Many investors did buy GameStop stock, and the price rose, a lot! The short squeeze was on.
3) Short sellers either had to post more collateral or buy back the stock at a loss, returning the stock they had borrowed and closing out their short positions. In the graph above, Short Interest (the percentage of shares outstanding sold short) in GameStop stock declined from 89% (!) on January 15th to 31% on January 29th. In buying back the stock, they bid up the price even more, as it reached $350 on January 27th.
Why did Robinhood stop purchases of GameStop stock on its platform?
On the evening of January 27th, Robinhood, a large broker serving individual investors, suspended purchases of GameStop, allowing its customers to maintain or liquidate their holdings, but not to add to them.
Robinhood has revolutionized the brokerage industry by allowing investors to buy and sell stocks without paying a trading commission. Being able to trade at no commissions allows investors to buy and sell stocks freely – reducing “friction” in the markets, making it easier for investor sentiment to influence prices. The GameStop situation is a perfect example of the impact. Information affects prices almost instantly, and prices move very quickly.
In this situation, Robinhood was briefly a victim of its own success. Just as short sellers do, brokers must post collateral to ensure that trades are settled. While a stock trade can be agreed to today, it usually settles on the next business day.
This is analogous to the delay built into a house sale. The Purchase and Sale document binds the buyer and seller to a transaction, but the sale is not complete until settlement, when the buyer’s cash is exchanged for the seller’s deed. Just as the buyer will post a deposit in a house sale, a broker must post collateral as security for a stock purchase.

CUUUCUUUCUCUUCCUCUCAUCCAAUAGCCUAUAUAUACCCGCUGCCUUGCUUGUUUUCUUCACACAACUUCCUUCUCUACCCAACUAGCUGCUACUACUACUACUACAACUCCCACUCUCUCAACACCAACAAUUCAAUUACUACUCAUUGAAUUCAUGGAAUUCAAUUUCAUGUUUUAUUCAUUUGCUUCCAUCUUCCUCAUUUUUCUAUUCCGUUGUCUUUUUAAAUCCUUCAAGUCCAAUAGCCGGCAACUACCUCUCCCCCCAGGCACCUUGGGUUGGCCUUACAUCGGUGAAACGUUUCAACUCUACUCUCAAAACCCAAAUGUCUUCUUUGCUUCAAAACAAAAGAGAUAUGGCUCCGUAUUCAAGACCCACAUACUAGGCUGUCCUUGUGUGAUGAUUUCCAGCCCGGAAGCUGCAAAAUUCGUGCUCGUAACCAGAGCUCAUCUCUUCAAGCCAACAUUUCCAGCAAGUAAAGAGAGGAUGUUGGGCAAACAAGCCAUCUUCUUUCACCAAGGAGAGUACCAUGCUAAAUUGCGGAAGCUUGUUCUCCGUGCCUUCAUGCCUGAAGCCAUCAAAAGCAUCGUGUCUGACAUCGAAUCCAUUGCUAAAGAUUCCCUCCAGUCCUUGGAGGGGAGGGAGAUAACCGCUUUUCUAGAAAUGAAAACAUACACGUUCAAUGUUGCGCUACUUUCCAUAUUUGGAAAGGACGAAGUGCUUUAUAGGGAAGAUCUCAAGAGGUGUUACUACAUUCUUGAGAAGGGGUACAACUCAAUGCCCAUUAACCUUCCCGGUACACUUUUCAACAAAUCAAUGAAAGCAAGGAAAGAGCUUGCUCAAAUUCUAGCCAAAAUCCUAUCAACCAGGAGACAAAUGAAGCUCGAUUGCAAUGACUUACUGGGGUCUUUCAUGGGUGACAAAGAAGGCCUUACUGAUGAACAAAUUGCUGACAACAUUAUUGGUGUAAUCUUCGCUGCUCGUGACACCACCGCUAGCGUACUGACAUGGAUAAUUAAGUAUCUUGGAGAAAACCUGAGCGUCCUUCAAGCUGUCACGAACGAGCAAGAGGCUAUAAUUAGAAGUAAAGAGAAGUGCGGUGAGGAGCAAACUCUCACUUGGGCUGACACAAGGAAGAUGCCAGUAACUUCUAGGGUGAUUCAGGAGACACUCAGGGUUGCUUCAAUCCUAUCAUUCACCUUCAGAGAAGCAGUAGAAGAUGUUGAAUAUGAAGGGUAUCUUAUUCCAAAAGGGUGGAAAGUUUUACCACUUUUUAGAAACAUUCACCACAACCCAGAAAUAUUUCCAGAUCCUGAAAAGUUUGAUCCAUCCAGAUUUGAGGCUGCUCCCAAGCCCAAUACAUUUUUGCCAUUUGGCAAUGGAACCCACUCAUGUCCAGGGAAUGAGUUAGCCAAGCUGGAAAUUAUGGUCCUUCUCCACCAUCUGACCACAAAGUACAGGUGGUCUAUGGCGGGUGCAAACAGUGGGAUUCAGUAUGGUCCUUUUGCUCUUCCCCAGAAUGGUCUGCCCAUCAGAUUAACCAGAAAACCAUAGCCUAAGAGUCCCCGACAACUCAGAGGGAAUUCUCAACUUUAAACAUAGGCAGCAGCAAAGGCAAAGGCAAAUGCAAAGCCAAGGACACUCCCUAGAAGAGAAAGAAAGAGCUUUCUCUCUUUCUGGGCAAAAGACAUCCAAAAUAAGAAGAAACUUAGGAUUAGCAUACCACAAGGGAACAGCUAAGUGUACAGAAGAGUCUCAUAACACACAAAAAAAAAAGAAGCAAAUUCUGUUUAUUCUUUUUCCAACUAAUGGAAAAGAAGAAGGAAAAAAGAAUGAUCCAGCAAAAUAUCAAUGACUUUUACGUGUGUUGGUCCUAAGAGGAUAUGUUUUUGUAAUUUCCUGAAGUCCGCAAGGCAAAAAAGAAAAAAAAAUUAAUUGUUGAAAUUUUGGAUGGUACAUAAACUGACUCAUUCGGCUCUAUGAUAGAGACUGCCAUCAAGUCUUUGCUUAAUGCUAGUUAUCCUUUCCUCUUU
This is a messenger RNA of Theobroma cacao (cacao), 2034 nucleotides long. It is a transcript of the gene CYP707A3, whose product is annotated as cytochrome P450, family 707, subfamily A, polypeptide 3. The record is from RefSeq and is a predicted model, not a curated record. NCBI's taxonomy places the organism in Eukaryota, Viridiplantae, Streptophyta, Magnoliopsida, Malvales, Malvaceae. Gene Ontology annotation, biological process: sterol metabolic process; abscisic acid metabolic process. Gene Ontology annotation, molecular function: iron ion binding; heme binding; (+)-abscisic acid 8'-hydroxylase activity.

When its volume of GameStop buy trades grew, Robinhood had to post (a lot) more collateral. It didn’t have enough collateral on January 27th, so it halted GameStop buy trading. GameStop’s price dropped to $193 on January 28th.
By the 29th, Robinhood had raised more money and deposited more collateral. Robinhood buy trading resumed, and GameStop’s stock price went back up to $325.
Why did the stock price drop so fast after January 29th?
While we don’t yet have data on Short Interest for February 15th, it is very likely that most short positions were closed, and the short squeeze was over.
Did Main Street really beat Wall Street?
Yes and no. Some retail (Main Street) investors made a lot of money, and some hedge funds (Wall Street) lost a lot. On the other hand, other retail investors lost a lot, and some hedge funds and mutual funds profited. (Some of these links are behind paywalls).
What does this mean for diversified strategic investors (like me)?
On one hand, you missed an opportunity to make (or lose) a lot of money in a very short, very high stress time. On the other hand, you got to benefit as active investors competed with their dollars to refine the price of GameStop stock.
If you were holding a mutual fund investing in the Russell 3000 index, your portfolio didn’t even notice the GameStop action.
This article originally appeared in Forbes.com.